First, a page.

My candle is leaving lots of wax on the sides of the container after burning it. Why?

A little "hang-up" is normal especially towards the top and middle of the candle. It typically will catch up. But small amounts of hang up or film is completely normal. An excessive amount (Over 1/4") and in extreme cases of burning a hole down the middle (tunneling) while can occur for a number of reasons is best to avoid.

Multiple factors can contribute to tunneling. Improperly or cheaply made candles is one cause. A mistake during production, typically with the wick is another. Not burning the candle long enough (3-4 hours each burn) is another.

We use premium ingredients and all our recipes including wax, fragrance, and wicks have been extensively tested together. That doesn't necessarily 100% prevent this issue from occurring but it drastically reduces its chances.

Each time you burn a candle, should try and burn it at least until the wax pool reaches the edge (or very near the edge) of the container... even if it barely reaches. On average this is around 3-5 hours of burn time depending on the container and/or the number of wicks. Often your candle will self-correct as it burns down, but if the tunneling is bad enough, it may not be able to.

Why do I sometimes get small puffs of smoke coming from my wick and flame?

This can happen for a couple of reasons. First, make sure to keep your wick trimmed properly as mentioned above. Secondly, constant or random drafts can cause puffs of smoke as well. For example, if your candle is next to a window, door, vent, etc. the drafts will interfere with the flame causing it to dance around and produce smoke. Also, if your candle is located in a place where people frequently walk right past it, this can cause puffs of smoke as well. Unless its constant, its nothing to be too worried about.

How can I avoid making the candle smoke when I extinguish the flame?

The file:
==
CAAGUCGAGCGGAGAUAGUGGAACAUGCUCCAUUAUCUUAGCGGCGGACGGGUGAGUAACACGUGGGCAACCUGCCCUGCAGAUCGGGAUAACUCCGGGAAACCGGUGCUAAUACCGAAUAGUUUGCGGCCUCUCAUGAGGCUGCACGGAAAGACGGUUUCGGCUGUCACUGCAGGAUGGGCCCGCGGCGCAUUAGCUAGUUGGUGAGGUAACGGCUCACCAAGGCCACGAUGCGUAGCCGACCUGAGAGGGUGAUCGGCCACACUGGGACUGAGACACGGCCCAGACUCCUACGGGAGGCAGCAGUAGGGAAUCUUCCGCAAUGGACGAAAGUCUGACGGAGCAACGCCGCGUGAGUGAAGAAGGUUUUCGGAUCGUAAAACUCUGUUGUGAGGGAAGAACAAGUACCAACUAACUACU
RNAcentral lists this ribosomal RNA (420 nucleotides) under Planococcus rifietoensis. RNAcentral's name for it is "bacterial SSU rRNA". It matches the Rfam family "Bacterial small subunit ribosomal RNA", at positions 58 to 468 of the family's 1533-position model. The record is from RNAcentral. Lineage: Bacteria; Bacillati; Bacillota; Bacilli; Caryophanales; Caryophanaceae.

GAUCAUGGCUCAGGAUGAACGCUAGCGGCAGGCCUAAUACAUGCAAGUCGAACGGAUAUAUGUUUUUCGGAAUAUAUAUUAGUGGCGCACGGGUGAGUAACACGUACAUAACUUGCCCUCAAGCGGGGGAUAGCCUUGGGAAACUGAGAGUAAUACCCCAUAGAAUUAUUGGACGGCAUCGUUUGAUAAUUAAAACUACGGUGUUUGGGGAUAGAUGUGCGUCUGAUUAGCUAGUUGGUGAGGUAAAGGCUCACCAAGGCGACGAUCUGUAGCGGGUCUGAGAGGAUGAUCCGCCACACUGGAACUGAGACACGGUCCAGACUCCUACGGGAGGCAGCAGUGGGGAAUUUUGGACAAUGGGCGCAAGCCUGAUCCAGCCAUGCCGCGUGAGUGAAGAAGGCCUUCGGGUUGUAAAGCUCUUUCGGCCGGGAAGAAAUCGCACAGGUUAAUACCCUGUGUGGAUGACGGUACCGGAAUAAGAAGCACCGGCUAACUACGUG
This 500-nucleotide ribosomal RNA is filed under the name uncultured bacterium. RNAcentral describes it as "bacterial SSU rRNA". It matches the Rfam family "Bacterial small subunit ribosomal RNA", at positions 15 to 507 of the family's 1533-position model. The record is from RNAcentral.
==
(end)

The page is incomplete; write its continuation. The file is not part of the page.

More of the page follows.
There are a couple of ways to do this. Its important to note that you should try to AVOID BLOWING OUT THE FLAME as much as possible as this definitely does cause excessive smoke. It is also dangerous because you may blow the melted wax out inadvertently as well. So, If you do, please do it gently.

If you have a 'Wick Snuffer', then that is ideal as its a smokeless way to kill the flame. You can also use the lid of the candle if it is fire/heat resistant and safe to do so. The lid going on to the candle will suffocate the flame out in a matter of seconds.

Do your wicks contain lead?

No, not at all. Its been illegal for sometime, but we never have used lead wicks and never would.

Do you ship any day of the week including weekends?

Often, yes. However, we use discretion on this. If hot temperatures/extreme heat are expected we try to limit shipping to earlier in the week. This way candles are not sitting in hot trucks over the weekend. Please be sure to plan having someone home to accept deliveries (particularly during the summer) to help cut down the risk of your candles sitting on a hot porch for hours/days. 

Due to the risk involved when ordering candles during hot months, we cannot be held liable for melted candles and other wax products. Even though we insure all of our shipments, melted wax is not covered by FedEx, USPS, etc.

We offer the following tips to avoid problems:

* Because deliveries to your home will be left on front porch (a bad thing during hot days), we suggest having them delivered to a place you know someone will be present. Other than your home if someone is there, possibly a friend or family member's house, or even your place of employment if allowed. 

* If you are expecting a shipment to your home, try to plan to have someone there or at the very least, attempt to get the package inside to cool place as soon as possible so its not sitting in the heat too long

* Also, as a courtesy we aim to ship early in the week so help avoid packages being left in warehouses and trucks over the weekend.